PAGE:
Shareholder Value Orientation: Grand Unified Business Theory or Window-Dressing?

Thursday, 2 July 2015: 4:00 PM-5:30 PM
CLM.2.05 (Clement House)
Martin Holgersson, Linnaeus university, Vxj, Sweden
Anna Stafsudd, Linnaeus university, Vxj, Sweden
Previous research has shown that sociopolitical context is important for adoption of shareholder value-oriented practices in terms of owner and manager preferences (Fiss & Zajac, 2004). This turn of research and its focus on owners has further been elaborated on by for example Chizema & Shinosawa (2012) and Zattoni & Minichilli (2009) as well as by Saunders & Tuschke (2007) and Shipilov et al. (2010) when it comes to the importance of firm networks. The purpose of this paper is to continue to explore why firms adopt shareholder value practices and especially so in traditional stakeholder governance system. Drawing on institutional theory, we develop a model of firm adoption of shareholder value practices which emphasizes the two sociopolitical features of different ownership types and board networks.

The model is tested on all Swedish listed companies 1995 to 2010 in five-year intervals. Furthermore, we specifically choose to study the two separate practices of using a dual-share system or not and executive incentive plans, as they are both closely connected to an agency-theory perspective and shareholder value orientation, but are very different in how upsetting one may assume them to be to the incumbent corporate governance system.

Our findings show that a shareholder value orientation seems to have taken root in Swedish companies, but that different aspects of the concept are affected by different actors, making the traditional Swedish blockholders and board networks vital although in separate ways. When it comes to the practice of equity incentive-based executive compensation, this is closely related to firm relations in terms of both board interlocks and board centrality. Thus, social networks seem to drive this practice. When it comes to using a one-share-one-vote system (rather than as traditional in Sweden A- and B-shares), social networks seem to have no importance at all. Instead, what is closely related to the adoption of such a non-traditional system is whether there are strong blockholders or not and of which type this owner is, as family and sphere blockholding is negatively related to one-share-one-vote, whereas institutional and foreign blockholding is positively related to it. Thus, non-system-threatening practices are readily diffused through social networks, as tends to be the case with symbolic action, but system-threatening practices are met with resistance from incumbent powerful actors.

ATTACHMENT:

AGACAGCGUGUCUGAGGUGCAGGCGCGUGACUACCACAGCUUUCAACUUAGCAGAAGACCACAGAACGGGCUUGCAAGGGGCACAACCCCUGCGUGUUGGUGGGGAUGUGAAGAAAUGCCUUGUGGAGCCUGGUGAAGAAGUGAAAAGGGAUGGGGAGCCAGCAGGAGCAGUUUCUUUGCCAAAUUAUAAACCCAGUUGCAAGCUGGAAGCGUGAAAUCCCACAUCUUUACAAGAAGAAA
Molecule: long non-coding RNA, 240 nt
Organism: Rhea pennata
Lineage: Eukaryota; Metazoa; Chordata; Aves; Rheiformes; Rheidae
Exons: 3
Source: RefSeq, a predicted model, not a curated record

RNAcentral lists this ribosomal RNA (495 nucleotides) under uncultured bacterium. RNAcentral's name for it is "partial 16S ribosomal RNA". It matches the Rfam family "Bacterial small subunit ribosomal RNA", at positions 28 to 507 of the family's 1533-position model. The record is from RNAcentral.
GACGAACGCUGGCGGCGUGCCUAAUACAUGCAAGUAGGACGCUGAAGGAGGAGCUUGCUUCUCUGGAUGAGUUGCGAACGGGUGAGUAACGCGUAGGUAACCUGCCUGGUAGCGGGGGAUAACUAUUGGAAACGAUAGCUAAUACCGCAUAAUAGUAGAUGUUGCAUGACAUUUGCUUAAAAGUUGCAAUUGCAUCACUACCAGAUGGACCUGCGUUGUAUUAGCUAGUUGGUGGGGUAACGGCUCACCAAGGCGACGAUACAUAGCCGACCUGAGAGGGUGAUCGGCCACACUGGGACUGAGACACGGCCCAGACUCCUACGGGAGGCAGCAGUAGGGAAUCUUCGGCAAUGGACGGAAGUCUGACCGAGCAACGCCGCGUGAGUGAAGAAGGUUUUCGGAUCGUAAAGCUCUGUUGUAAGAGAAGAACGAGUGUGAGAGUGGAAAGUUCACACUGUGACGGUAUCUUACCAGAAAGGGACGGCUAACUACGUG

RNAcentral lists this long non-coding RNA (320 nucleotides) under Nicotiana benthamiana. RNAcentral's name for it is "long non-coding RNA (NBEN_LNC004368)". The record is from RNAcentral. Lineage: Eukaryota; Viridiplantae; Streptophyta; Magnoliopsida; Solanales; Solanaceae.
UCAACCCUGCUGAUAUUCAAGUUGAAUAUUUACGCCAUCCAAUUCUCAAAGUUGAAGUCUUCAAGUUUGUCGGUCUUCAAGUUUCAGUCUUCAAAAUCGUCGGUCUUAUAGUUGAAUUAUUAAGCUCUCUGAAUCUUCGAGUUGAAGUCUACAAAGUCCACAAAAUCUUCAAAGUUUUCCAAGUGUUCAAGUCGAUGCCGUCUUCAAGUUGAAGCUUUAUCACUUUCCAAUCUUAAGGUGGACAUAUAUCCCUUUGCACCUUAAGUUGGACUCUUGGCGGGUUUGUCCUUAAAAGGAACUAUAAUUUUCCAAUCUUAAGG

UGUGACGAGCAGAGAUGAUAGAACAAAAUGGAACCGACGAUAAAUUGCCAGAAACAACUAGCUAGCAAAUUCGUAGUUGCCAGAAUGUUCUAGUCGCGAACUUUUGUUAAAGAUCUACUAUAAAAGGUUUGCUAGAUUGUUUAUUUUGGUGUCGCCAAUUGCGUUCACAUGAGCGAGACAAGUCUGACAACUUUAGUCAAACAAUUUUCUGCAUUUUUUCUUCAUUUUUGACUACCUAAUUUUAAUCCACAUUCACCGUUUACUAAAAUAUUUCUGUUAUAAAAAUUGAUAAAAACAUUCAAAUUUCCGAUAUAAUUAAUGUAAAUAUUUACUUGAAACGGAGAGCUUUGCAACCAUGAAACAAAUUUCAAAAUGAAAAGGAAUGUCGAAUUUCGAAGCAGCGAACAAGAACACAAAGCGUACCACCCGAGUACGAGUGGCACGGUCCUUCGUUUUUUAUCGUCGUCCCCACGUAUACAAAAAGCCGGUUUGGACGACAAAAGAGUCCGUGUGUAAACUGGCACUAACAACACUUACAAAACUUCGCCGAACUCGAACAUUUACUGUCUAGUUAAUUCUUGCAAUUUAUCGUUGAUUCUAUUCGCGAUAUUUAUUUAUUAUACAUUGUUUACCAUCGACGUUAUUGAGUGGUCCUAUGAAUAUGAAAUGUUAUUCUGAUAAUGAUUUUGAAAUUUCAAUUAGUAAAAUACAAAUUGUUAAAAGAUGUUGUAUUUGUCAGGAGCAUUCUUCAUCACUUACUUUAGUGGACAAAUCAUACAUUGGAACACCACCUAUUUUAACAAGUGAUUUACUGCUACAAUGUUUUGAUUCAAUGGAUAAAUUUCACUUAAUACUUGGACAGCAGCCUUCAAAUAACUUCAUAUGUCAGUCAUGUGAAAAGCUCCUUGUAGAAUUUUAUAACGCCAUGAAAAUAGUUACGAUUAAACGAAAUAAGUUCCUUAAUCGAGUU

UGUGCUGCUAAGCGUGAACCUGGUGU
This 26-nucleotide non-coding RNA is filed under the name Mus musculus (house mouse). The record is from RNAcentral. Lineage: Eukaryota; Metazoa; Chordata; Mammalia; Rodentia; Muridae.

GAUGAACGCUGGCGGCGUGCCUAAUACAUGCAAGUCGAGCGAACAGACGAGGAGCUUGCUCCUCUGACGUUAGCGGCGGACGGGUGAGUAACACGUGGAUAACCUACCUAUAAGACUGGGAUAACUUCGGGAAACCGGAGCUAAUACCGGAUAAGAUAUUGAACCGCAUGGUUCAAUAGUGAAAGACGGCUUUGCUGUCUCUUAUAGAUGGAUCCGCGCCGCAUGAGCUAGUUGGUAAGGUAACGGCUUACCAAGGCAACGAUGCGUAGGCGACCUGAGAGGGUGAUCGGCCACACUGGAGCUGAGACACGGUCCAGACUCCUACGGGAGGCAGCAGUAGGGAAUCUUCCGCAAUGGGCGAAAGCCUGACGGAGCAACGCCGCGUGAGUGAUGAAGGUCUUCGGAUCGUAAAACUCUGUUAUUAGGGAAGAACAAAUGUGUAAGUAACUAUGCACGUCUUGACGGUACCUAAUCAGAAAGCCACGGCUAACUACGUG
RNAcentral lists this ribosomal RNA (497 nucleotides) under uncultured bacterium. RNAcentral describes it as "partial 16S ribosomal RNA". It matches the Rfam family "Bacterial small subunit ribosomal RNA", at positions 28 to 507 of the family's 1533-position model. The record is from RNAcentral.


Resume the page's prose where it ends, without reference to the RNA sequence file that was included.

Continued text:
We suggest that rather than hypothesis-testing of different variables, the contribution of our paper lies in its teasing out of different patterns for different shareholder value orientation practices, as it may help explain the different results in previous studies in similar European contexts. For where Fiss & Zajac (2004) emphasize their findings on the importance of owners (and the non-importance of networks), Sanders & Tuschke (2007) as well as Zattoni & Minichilli (2009) in contrast emphasize the non-importance of owners and in the first case the importance of networks, which are unfortunately not included in the latter one. The explanation for these diverging results may then be found in the dependent variable, as who is invested (or not) in the practice may determine its adoption.